Theresa May clings on - for now - while the knives are out for Boris Johnson

Foreign Secretary Boris Johnson Gives Keynote Address To Conservative Party Conference
Some MPs are likely to call for Boris to be shown the door (Source: Getty)

The Prime Minister looked set to cling onto power, at least in the short term, as she received lukewarm support from front and backbenchers in the face of a rebellion.

Two former Conservative ministers said yesterday that more MPs now think Theresa May should resign, while sources have told City A.M. that around 30 MPs will raise the issue at the influential 1922 committee next week.

Former minister for Culture, Communication and Creative Industries Ed Vaizey told the BBC that "quite a few people" thought the Prime Minister should go. Former chairman Grant Shapps later admitted he was part of a move to force her out of the role, which is said to have amassed the support of at least 30 other MPs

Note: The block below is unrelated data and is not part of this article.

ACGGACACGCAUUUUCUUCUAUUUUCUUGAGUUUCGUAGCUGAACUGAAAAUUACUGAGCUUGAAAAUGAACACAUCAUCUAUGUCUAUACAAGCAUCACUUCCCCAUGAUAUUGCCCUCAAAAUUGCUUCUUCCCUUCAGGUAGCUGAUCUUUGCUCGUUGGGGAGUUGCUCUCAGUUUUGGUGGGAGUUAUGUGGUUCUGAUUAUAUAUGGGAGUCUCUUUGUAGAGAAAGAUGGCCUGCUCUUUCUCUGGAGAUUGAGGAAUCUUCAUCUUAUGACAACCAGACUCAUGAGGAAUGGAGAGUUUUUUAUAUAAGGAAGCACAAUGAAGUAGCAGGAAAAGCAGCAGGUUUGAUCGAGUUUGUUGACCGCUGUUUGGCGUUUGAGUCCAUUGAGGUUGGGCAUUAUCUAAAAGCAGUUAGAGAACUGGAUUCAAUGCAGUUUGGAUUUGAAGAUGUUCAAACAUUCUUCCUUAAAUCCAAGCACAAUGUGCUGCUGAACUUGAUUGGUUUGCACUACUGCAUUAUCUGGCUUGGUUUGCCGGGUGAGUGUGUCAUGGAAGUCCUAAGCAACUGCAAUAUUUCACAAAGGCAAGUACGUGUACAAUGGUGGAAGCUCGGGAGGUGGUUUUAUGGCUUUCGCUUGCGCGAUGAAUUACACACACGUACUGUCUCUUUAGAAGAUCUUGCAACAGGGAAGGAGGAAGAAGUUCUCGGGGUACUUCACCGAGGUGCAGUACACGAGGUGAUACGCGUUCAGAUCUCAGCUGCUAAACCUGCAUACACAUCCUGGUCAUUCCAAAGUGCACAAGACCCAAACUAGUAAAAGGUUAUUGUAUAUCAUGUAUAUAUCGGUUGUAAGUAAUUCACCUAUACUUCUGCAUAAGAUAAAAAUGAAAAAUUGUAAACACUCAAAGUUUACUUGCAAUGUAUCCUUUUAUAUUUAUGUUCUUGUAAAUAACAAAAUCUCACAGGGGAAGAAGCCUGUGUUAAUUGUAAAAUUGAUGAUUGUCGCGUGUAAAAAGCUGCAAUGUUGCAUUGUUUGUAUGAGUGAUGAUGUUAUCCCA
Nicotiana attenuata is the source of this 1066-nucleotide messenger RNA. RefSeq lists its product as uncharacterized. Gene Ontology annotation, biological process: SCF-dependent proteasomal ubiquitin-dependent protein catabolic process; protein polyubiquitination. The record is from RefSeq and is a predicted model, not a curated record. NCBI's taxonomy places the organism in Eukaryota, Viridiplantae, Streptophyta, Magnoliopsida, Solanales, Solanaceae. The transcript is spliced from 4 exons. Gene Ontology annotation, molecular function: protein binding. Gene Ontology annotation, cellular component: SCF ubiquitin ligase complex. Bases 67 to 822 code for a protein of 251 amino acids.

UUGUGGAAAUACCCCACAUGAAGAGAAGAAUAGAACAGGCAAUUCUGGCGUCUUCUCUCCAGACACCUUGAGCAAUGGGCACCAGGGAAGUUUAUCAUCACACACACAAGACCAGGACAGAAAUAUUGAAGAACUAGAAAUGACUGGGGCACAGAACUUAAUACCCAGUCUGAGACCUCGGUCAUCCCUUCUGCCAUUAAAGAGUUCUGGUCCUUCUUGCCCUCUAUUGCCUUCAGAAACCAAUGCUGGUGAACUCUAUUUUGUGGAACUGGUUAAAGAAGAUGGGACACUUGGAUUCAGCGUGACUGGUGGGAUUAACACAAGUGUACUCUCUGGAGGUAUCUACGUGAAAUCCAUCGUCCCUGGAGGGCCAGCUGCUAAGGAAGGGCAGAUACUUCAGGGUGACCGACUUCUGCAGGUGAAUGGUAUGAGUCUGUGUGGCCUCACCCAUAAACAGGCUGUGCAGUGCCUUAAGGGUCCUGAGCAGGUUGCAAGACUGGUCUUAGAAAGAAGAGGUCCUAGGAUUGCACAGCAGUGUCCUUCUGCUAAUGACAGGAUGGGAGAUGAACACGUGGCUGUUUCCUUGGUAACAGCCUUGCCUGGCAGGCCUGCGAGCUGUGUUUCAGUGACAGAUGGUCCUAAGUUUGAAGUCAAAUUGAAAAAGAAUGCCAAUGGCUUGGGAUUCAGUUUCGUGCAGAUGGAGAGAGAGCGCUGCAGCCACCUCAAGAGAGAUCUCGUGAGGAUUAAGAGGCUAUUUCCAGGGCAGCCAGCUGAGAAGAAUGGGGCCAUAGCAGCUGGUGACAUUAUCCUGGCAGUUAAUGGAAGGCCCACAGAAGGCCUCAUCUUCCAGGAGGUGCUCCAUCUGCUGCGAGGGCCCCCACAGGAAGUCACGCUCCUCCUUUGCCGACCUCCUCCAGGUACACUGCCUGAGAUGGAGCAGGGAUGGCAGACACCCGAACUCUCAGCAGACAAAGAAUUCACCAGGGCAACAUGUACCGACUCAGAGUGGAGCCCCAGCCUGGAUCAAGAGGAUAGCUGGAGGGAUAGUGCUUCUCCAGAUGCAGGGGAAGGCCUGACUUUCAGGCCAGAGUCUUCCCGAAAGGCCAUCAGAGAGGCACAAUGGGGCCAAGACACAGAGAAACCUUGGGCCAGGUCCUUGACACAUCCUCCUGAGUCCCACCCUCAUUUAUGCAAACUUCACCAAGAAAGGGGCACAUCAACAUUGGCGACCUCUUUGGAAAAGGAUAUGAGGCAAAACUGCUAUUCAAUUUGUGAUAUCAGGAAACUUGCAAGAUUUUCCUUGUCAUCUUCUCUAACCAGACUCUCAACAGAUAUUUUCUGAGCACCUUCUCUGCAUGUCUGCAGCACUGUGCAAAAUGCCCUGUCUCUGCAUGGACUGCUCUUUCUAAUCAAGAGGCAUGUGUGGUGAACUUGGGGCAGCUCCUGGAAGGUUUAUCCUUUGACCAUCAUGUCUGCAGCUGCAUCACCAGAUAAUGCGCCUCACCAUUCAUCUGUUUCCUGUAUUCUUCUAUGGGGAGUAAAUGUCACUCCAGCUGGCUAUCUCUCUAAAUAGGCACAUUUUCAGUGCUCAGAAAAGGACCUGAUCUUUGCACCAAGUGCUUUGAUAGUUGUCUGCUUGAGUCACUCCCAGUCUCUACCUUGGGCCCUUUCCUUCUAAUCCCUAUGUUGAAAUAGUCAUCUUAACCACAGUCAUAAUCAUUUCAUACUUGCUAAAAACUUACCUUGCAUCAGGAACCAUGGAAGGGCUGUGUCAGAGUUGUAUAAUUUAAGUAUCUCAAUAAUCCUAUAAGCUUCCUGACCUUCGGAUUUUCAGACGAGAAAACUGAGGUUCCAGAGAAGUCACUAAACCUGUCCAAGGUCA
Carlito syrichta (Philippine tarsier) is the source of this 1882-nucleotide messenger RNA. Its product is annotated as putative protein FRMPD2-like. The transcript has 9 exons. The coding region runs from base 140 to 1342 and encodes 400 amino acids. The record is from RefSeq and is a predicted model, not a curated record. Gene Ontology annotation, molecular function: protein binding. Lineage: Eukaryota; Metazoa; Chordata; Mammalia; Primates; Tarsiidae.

Read more: The odds of Theresa May leaving No 10 by the end of 2017 have been slashed

“The Tory party conference was a great opportunity to reboot the party and therefore reboot the country to give a clear sense of direction and that did not happen, and so, yes, I am concerned,” Vaizey said.

But a senior backbencher told City A.M. that a leadership challenge at this point could have "profound" implications for the party and country as a whole, suggesting May could limp on in power yet. The minimum threshold for forcing a challenge formally is 15 per cent of standing MPs, around 48 at current levels.

"It's not enough and quite frankly they should shut up about it," the MP said.

May's most loyal cabinet ministers Amber Rudd and Damian Green also sought to play down the growing sense that the clock was ticking on her time in power.

Read more: MPs call for Boris to be sacked after "dead bodies" comment

But the same people did not rally to Boris Johnson's defence and May is facing increasing pressure to sack thr foreign secretary. It is expected that the matter will be put forward at the next meeting of the influential 1922 committee.

"Boris clearly irritated both members and MPs by dominating the headlines," said the backbencher. "He's hardly an ingenue when it comes to the media. His speech on Tuesday was on message but I don't think that changed anything. He's done himself quite a lot of harm."

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